Thursday, September 27, 2007

Picture Book Review: Help!: A Story of Friendship

Judging from a few of the picture books that I have read recently, I have high hopes for the children’s books being published in the second half of 2007. On September 15th, I posted a review of Peter Brown’s The Fabulous Bouncing Chowder, which is a real hoot! And The Luck of the Loch Ness Monster: A Tale of Picky Eating, written by A. W. Flattery and illustrated by Scott Magoon, is a terrific original pourquoi tale with fabulous illustrations.

The book I’m reviewing today, Help!: A Story of Friendship, has everything a great picture book should have: an excellent storyline that flows along at a good pace, a problem that is solved in a clever manner, a message embedded in a text that is not didactic or “messagey,” and illustrations that truly enhance the text—as well as add some gentle touches of humor to this animal tale that is akin to a modern fable.

Written & illustrated by Holly Keller
Greenwillow, 2007

As the story opens, Hedgehog finds Mouse, the main character, covering himself with leaves in order to hide from Snake. When Hedgehog asks Mouse why he wants to hide from their friend, Mouse replies that Fox told him that snakes are very dangerous to mice. Hedgehog tells Mouse that Snake would never hurt him and insists that Mouse accompany him on a walk. But Mouse is wary…and worried. He can’t carry on a conversation with Hedgehog. He is still thinking about Snake. He glances around nervously. He looks everywhere but down and falls into a deep, narrow hole.

In the fall, Mouse hurts his foot and can’t climb out of the hole. Hedgehog tells Mouse he’ll get help. Just then Squirrel comes by and Hedgehog requests his assistance. But Squirrel says he can’t help because the hole is too dark…and there might be spiders. Then along comes Rabbit. But Rabbit can’t help because the hole is too deep and its walls too straight. He’s convinced he wouldn’t be able to hop out of it. And what about Hedgehog? Well…his prickles would hurt Mouse in a rescue attempt.

Hedgehog, Squirrel, and Rabbit stare down into the hole. Helpless Mouse begins to cry. Then wishywishywishy…along comes Snake slithering through the grass. Snake wants to know what’s going on. Hedgehog tells him the whole story. Snake doesn’t understand why Mouse would be afraid of him when he has always been his friend. Snake tells them that he is going to go down into the hole and rescue Mouse.

That’s when Hedgehog asks: “How will you do it without scaring Mouse?” Snake has a clever plan to help his furry little friend without frightening him. Squirrel gets a stick and Hedgehog ties it to Snake’s tail. Snake lowers the stick into the hole. Mouse grabs it and is pulled out of his earthen prison. When Mouse finds out who his rescuer is, he is embarrassed and apologetic for ever doubting Snake’s friendship.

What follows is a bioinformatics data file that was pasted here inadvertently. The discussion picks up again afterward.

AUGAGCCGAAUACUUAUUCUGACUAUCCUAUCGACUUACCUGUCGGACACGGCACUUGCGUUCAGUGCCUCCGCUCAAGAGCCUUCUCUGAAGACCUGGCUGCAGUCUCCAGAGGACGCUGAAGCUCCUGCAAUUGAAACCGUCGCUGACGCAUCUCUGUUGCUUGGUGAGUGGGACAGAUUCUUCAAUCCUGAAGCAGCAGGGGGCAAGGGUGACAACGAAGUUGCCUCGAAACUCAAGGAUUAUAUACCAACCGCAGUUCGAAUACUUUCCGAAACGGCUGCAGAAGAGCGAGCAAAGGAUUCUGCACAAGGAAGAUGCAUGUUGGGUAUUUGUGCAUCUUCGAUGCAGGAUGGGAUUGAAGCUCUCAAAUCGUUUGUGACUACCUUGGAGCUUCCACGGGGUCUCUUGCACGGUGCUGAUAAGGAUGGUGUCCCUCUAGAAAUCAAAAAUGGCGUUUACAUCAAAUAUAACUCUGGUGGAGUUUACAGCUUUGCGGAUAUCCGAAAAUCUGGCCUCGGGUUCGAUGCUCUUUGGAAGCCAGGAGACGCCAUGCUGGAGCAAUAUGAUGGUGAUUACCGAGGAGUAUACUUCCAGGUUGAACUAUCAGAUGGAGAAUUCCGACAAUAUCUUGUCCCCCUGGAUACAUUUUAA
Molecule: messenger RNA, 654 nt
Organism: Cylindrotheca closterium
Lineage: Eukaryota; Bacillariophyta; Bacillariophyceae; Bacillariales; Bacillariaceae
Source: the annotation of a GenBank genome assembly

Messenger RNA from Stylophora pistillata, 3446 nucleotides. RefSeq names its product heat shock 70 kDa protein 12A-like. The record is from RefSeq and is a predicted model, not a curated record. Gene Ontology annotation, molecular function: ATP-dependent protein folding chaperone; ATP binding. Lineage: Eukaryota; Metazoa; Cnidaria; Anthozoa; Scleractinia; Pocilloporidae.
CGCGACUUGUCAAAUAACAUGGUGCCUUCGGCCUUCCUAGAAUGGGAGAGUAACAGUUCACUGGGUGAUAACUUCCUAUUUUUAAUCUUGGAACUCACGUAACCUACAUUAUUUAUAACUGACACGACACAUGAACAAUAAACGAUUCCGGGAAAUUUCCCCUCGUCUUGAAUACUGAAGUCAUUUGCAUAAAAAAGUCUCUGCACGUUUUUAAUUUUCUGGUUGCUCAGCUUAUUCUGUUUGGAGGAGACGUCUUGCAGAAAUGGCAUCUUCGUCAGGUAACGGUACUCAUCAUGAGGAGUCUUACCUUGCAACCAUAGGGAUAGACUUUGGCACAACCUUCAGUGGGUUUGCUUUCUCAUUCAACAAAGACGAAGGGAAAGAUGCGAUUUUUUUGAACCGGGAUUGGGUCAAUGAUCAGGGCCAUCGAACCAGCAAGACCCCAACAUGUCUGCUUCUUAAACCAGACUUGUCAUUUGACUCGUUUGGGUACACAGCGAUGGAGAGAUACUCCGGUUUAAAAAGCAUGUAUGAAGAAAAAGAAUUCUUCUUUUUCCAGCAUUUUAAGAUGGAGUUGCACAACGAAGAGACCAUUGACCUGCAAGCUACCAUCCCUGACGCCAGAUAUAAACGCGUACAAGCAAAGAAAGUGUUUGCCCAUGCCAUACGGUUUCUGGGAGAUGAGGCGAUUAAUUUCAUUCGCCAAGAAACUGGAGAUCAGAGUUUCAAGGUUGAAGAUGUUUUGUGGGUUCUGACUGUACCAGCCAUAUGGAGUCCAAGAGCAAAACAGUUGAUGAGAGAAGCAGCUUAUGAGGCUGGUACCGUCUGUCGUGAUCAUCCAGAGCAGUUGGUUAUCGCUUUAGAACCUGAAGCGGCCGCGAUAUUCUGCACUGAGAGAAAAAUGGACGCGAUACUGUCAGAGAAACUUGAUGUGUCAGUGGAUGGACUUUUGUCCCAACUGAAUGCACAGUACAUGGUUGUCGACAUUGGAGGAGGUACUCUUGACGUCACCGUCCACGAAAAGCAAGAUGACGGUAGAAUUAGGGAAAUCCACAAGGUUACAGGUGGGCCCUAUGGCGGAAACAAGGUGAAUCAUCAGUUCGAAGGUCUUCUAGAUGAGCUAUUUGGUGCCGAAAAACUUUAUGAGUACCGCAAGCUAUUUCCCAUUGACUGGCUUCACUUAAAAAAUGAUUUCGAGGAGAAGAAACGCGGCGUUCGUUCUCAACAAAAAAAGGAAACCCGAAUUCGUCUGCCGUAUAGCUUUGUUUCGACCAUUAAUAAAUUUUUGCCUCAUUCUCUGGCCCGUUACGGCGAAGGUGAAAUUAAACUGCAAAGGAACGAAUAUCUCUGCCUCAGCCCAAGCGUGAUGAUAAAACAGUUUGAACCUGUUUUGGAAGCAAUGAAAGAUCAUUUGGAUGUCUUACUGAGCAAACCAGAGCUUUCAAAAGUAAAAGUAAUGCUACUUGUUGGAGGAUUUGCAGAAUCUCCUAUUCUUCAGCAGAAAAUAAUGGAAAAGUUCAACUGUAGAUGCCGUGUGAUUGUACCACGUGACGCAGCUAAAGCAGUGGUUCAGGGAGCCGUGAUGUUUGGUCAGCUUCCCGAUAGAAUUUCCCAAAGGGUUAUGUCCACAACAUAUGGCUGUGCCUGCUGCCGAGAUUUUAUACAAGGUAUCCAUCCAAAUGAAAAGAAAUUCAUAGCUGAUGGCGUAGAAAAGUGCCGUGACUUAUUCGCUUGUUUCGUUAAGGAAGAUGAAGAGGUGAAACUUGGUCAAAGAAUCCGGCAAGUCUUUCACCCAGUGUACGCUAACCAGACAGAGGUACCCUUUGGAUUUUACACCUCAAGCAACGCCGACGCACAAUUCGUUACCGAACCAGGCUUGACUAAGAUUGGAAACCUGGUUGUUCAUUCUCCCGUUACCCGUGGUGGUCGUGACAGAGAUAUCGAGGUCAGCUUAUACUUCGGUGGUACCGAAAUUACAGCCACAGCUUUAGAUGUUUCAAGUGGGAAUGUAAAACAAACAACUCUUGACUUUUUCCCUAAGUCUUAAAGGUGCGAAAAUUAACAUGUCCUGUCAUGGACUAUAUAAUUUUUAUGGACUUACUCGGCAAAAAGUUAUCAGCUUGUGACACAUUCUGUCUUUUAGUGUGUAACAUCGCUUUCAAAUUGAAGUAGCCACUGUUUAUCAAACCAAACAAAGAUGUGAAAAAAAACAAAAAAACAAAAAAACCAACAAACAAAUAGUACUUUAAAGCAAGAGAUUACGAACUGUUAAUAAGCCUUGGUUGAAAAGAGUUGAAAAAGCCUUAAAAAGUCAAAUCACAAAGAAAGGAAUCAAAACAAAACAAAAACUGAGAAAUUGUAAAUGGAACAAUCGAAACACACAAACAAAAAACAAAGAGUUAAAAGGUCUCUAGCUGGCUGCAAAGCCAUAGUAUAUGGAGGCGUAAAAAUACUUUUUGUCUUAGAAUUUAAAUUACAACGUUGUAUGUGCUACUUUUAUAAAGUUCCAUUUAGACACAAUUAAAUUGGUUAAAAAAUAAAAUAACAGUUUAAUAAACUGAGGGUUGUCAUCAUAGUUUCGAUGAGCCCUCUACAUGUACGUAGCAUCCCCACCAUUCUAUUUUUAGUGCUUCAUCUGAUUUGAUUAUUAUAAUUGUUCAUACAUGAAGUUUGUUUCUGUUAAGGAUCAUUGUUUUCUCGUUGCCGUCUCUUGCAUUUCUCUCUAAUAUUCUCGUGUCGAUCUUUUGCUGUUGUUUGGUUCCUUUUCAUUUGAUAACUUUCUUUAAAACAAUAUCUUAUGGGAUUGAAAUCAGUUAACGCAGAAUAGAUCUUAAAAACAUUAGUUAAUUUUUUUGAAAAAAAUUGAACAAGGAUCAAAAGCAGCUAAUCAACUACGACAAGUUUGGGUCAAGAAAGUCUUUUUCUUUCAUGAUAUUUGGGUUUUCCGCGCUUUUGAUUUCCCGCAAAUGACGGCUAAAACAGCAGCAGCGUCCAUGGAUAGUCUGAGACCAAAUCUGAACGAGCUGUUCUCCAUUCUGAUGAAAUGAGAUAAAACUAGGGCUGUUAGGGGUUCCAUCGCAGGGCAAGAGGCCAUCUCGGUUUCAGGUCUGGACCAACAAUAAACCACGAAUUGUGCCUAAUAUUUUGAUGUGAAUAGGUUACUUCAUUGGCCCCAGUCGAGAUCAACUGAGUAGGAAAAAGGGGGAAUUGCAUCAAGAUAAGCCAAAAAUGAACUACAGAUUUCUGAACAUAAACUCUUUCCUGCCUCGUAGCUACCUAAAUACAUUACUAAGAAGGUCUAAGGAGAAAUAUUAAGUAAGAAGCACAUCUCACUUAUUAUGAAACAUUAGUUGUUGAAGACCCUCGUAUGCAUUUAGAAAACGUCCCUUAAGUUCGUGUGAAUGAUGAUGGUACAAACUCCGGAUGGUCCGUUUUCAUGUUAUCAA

Mouse hobbles home with the help of his four friends. His foot is bandaged and Mouse rests for a time. Several days later, Mouse takes a bouquet of flowers that he has picked to his friend Snake as a thank you gift. In the story’s final illustration, we see Mouse and Snake happily embracing.

The illustrations for Help! are collographs—or printed collages. On the back flap of the book jacket, Keller explains that she has been making collographs for years—but that this is the first time she ever used them to illustrate a book. I’d say it was a wise decision on her part.

Keller fittingly used natural colors in her art for Help!: brown, green, yellow, orange, gray…and touches of pink. She also used black to give texture to the animals’ skin and fur and to the grass, leaves, and soil. The collographs stand out on white background. This helps focus a reader’s attention on the story characters and the natural habitat in which they live. Keller uses white to its utmost effectiveness as the backdrop of the hole into which Mouse has fallen.

Help!: A Story of Friendship is one of the best picture books I have read so far this year. It is a good tale about ignoring gossip and trusting one’s true friends. It would be an excellent book to read aloud and discuss in preschool, kindergarten, and early elementary classrooms.

You might include the reading of Help! along with the following books that were also written and illustrated by Holly Keller in a mini unit about friendship:

Greenwillow, 2002
(This book is the recipient of a Charlotte Zolotow Award.)

Greenwillow, 2005

Click here to read Making Sense of Childhood: An Interview with Holly Keller (Cooperative Children's Book Center).

1 comment:

al said...

This book caught my eye while I was in the Children's Books Stop up in Brookline a few weeks ago--I really loved it, too!